Today marks the 150th Anniversary of the Battle at Orchard Knob in Chattanooga. Orchard knob is a small knoll about 100 feet high east of Chattanooga that was occupied by 600 Confederates on November 23, 1863. To take the knob 14,000 Federal soldiers advanced from their positions in a parade formation only to break and run toward the knob at the last minute taking the Confederates completely by surprise. The Confederates fired one volley before fleeing the knob and falling back to Missionary Ridge. The battle resulted in no great loss on either side, but it was a portent of bad things to come for the Confederacy. In the following days General Ulysses S. Grant and General William T. Sherman would defeat the Confederates in a series of battles that would lay the groundwork for the advance on Atlanta and ultimately Sherman’s march to the sea, thus crippling the Confederacy. After his forces seized the knob Grant realized the value of the vantage point so he established his headquarters there where he conducted the battles of Lookout Mountain and Missionary Ridge.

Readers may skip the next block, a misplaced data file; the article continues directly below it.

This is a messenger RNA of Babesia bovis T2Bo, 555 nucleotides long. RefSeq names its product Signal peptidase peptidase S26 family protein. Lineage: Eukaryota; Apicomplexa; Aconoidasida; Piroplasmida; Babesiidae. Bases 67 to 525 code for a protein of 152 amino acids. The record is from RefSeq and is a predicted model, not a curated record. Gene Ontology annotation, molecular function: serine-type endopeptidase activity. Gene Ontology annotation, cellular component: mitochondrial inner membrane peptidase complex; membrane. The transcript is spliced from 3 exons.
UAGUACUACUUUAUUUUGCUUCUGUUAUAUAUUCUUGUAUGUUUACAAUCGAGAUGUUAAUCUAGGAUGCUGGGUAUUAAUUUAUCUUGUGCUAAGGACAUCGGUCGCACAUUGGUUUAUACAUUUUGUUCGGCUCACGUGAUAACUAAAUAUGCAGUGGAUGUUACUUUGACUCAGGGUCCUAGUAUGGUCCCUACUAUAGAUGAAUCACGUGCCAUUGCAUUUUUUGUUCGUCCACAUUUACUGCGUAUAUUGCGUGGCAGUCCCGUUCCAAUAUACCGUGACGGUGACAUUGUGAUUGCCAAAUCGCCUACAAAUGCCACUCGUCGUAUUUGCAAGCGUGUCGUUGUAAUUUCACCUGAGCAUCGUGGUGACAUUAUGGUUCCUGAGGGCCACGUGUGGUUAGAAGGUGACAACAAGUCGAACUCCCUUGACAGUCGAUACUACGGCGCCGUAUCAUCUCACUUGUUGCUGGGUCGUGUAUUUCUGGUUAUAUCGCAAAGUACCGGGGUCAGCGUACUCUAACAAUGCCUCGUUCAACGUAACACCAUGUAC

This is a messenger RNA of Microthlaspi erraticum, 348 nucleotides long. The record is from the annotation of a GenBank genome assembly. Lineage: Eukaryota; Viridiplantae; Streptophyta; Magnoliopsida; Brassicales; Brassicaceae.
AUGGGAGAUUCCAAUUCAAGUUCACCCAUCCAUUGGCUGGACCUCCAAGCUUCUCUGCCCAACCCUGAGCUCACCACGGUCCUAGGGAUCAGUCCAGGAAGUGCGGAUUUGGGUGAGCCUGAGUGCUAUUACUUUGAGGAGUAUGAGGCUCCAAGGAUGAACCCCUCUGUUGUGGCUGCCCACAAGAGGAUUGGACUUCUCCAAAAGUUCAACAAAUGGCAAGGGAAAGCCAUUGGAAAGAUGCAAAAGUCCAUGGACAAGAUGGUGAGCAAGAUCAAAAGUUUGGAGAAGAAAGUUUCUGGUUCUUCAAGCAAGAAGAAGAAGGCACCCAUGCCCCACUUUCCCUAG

Michael E. Palmer is a writer and photographer based in Alabama.
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